Tidewater Arts Outreach: Bringing Hope and Healing Through the Arts

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By BELINDA ELLIOTT

Each month across Hampton Roads talented musicians and other artists give top-notch performances for crowds of all ages. You won’t find these events listed with Ticketmaster, and most don’t take place in typical concert venues. They are all sponsored by Tidewater Arts Outreach (TAO), a local nonprofit organization that uses music and other arts to reach the disenfranchised, the homeless, the elderly, and the disabled in our community.

Holiday songs are great motivation for reading the lyrics.

Holiday songs are great motivation for reading the lyrics.

Founded in 2003, TAO brings music and the arts to nursing homes, assisted-living facilities, homeless and domestic abuse shelters, hospitals, and dependent care programs throughout Hampton Roads. Whether through music, art, poetry, storytelling, or dance, the talented artists that perform for TAO are on a mission to enrich lives, build community, and offer hope and healing to people who no longer have easy access to the arts.

The use of arts in healthcare has become a growing field with recent research showing that music can reduce pain in critically ill patients and enhance cognitive skills in patients with dementia, and art can provide a way for Alzheimer’s patients to continue to relate to the world around them. For people who are isolated from society and spend much of their time alone, the arts provide stimulation, creative outlets for expressing themselves, and an enhanced sense of connection with the community as well as with staff and caregivers.  As TAO’s website explains, the arts cannot cure, but they can help heal.

The organization’s executive director, MaryAnn Toboz, is a musician who has always enjoyed performing at local schools and nursing homes. While living in Utah, she became involved in a similar organization and adopted their model to start TAO when she returned to Hampton Roads. “I knew I always wanted music and the arts to be in my life,” she explained. “Running this organization is a way to utilize my talents to make a difference through the arts.”

TAO artist Angela Stroup facilitates a visual arts session

TAO artist Angela Stroup facilitates a visual arts session

Last year, TAO artists presented approximately 250 programs that were seen by more than 7,500 people. They currently serve 70 facilities across Hampton Roads, and there is a waiting list of facilities that wish to be added. The artists enjoy new venues in which to share their craft, and they are compensated for their time. However, most of them do it just for the pleasure they receive by bringing joy to others.

Each program gives audience members the opportunity to participate and engage with the performers. It isn’t unusual to see otherwise unresponsive nursing home residents suddenly come alive as the music plays and they clap, dance, and sing along.

“There are tears and hugs,” Toboz said. “It happens all the time. What’s really striking is the loneliness. People have so much time on their hands. They are very appreciative of our programs. The arts builds bridges.”

TAO artists also paint with patients who have dementia or Alzheimer’s disease. Research has shown that the parietal lobe of the brain—an area involved in creativity and stimulated by creative activities like art and music—is one of the last areas to be affected by the debilitating disease, Toboz explained.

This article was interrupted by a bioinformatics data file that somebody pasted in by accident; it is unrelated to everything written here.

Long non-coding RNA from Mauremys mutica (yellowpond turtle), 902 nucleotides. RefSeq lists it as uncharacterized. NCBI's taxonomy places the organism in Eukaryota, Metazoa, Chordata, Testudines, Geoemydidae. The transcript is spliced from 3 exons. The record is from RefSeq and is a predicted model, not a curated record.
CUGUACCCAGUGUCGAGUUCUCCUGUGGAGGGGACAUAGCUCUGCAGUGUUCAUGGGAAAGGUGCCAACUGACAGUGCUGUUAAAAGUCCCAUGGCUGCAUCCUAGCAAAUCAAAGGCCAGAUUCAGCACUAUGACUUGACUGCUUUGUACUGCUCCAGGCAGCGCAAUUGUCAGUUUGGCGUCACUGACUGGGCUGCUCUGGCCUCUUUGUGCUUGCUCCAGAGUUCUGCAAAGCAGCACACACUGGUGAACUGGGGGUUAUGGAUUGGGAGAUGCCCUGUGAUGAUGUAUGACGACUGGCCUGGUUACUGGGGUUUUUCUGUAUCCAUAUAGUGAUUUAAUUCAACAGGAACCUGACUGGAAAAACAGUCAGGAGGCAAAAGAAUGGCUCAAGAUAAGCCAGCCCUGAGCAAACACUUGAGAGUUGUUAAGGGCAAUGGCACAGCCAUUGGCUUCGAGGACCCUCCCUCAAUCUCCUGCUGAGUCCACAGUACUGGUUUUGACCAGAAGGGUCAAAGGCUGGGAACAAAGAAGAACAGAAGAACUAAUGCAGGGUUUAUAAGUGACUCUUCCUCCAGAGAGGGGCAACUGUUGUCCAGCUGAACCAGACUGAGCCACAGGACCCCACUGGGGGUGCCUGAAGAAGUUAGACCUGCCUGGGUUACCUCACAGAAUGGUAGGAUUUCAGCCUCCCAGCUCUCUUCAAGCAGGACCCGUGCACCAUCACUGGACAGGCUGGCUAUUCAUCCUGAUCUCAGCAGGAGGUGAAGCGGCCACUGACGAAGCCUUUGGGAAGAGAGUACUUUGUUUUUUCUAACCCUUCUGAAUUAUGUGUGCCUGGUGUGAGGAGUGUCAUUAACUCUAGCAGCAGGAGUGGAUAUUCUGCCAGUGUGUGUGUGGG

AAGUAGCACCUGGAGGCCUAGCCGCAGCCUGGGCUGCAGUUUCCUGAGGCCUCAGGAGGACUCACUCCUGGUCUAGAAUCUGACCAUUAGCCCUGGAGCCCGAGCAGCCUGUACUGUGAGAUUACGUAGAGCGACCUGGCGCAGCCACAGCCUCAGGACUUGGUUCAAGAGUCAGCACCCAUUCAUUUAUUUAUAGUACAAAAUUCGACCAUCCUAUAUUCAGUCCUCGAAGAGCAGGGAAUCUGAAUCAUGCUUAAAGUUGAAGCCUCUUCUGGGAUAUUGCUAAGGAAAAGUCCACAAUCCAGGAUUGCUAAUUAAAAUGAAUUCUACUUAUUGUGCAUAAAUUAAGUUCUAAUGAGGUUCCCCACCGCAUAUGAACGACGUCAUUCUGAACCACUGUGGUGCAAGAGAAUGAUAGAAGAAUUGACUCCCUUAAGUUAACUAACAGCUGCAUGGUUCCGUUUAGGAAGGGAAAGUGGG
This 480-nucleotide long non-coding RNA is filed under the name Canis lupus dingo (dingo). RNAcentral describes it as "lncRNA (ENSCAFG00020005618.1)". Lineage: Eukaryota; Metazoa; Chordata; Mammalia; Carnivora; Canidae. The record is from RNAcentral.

Participants at Camp Horizon, an Up Center program, enjoying a TAO drum circle during summer camp

Participants at Camp Horizon, an Up Center program, enjoying a TAO drum circle during summer camp

The organization recently partnered with Sentara Life Care to present a workshop, “Opening Minds Through Art,” to educate caregivers and staff members of local facilities about how to use visual arts to improve the quality of life for their patients. It is just one of many workshops that TAO presents each year for the community.

Greg Yanta, administrator for Chesapeake Health and Rehabilitation Center, says the residents of his facility have greatly enjoyed programs presented by TAO artists. “They bring in a large variety of entertainment for us,” he said. “The patients love it.”

For many who live at the facility, the arts were once a part of their lives. “It is important to allow opportunities for them to stay in touch with things that were important to them when they lived independently,” Yanta said. “Their group brings in very high-quality talent, and we feel fortunate to be a part of the rounds this organization makes.”

TAO hopes to expand its offerings soon, Toboz said. They are currently developing a drop-in day program for people suffering with dementia and other diseases. “We want to develop a regular series where people can bring their loved ones for a couple hours of art in the afternoon,” she said.

Their biggest challenge is maintaining the funding and resources needed to support the organization. Each year they host two fundraising events, the Sea Level Singer/Songwriter Festival, a weekend of concerts and events that recognize regional musicians and songwriters, and the Emerging Artists Showcase in which contestants submit two original songs and compete for a spot among the top ten who get to perform in a public concert. The organization is supported by these events, grants, and community donations.

“We are able to do this work because of the community support, and it is amazing what the community has accomplished,” Toboz said. “The organization gives me the opportunity to connect with so many creative and compassionate people in our community. It is very rewarding.”

To learn more about the organization and how you can get involved, visit their website: www.twartsoutreach.org.

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